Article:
Climate change could increase food inflation globally, study finds

April 3, 2024|Written by |European Central Bank

Climate change is likely to cause an increase in food inflation by as much as 4% in some parts of the world by 2060, a joint study from a climate scientist and the European Central Bank (ECB) found.

Looking at monthly price indices across 121 countries along with temperature and precipitation factors since 1996, the analysis found a consistent price increase in food and inflation as temperatures rose.

The cost of food could increase by as much as 1.5% to 1.8% annually by 2035 or even higher in some hotter areas of the world. Those numbers are likely to increase as climate change worsens, to as much as 4%. The study found that inflation pressure is likely to be higher in the global south, particularly across Africa and South America.

“These numbers that we’re talking about, they’re not kind of a one-off event. These are impacts that we’re projecting from the sort of persistently higher temperatures that we’re likely to experience in the future,” said Maximilian Kotz, lead author and climate scientist at the Potsdam Institute for Climate Impact Research.

“There are going to be future conditions which are going to be persistently bad from the perspective of food prices and inflation,” he added.

The study builds on similar research by the ECB last year which found that by 2030 food inflation in Europe could range between 0.43% and 0.93%. The researchers in both studies highlight the 2022 heatwave in Europe as an example of short-term inflation rises that are likely to become more common and increase inflation volatility.

“This in turn may pose challenges to inflation forecasting and monetary policy, likely increasing the difficulty of identifying temporary supply shocks and disentangling them from more persistent drivers,” the most recent study states.

Kotz said that central banks and financial regulators should take a more holistic approach to risk, which they are starting to do with initiatives like the Network for Greening the Financial System.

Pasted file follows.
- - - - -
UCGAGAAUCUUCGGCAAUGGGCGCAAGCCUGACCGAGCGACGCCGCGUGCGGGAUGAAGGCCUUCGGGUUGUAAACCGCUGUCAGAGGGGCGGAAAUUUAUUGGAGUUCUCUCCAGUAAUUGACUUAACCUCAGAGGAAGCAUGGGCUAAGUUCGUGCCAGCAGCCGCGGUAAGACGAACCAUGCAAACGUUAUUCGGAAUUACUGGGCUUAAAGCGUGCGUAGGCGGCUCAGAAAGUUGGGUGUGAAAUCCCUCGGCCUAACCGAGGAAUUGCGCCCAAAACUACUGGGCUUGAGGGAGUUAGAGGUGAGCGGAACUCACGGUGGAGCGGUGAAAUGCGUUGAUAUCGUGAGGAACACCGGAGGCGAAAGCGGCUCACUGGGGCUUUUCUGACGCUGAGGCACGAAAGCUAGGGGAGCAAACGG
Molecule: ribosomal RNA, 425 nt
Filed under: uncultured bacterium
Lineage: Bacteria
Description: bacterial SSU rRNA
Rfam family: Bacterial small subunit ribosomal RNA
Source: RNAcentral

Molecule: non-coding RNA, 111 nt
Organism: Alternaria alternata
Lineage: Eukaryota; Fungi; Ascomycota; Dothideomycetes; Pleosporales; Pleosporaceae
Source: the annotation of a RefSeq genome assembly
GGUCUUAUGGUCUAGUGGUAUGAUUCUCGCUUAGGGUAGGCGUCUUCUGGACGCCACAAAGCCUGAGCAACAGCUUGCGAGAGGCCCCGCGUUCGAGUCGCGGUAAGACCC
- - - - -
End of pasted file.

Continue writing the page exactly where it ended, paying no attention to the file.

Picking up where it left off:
However “it doesn’t yet provide such a broad holistic picture as to be able to capture all of these potential nonlinear risks,” he said.

Paul Ekins, economics and environmental policy professor at the University College London Institute for Sustainable Resources, said he was not surprised by the findings. While the agriculture industry is likely to adapt to climate change, “it’s very hard to adapt to some of the kinds of weather effects that we’ve been seeing and especially floods and drought following one after the other”.

The world is already warmer than 1.5ºC on average, he said, which is only going to increase extreme weather events and, in turn, inflation.

“I’m afraid we’re going to see much more of it. And I’m afraid that it’s going to be very destabilising for the societies in poorer countries,” he said.

David Barmes, a policy fellow at the Grantham Research Institute at the London School of Economics, said the study likely underestimates the potential rise in food inflation because it only accounts for temperature and precipitation.

“More research is needed to assess the price stability implications of climate change, environmental degradation and different green transition pathways,” he said. In particular, more needs to be understood about the effects of climate change on international trade.

But overall, the study is one of the most comprehensive studies on climateflation and its effects on food prices, Barmes said.

“This paper makes clear that in a scenario in which we fail to meet environmental goals, we will see increasingly inflationary pressures coming from the repercussions of that failure,” he said.

Central bankers need to think about changing how they traditionally handle inflation, he said. That could mean looking at various tools such as green dual interest rates and assessing supply shocks as they happen.

Ultimately though, there needs to be a shift in institutional thinking and arrangements, and “accepting that fiscal and industrial authorities in particular should perhaps play a more explicit leading role” in managing inflation and climate.

Ekins said inflation targets could change and become as high as 3% as a result of increased climate risks.

“It’s going to be a much less stable environment, fiscal environment, monetary environment and the [central] banks will, I think, have to be more interventionist”.

This page was last updated April 3, 2024

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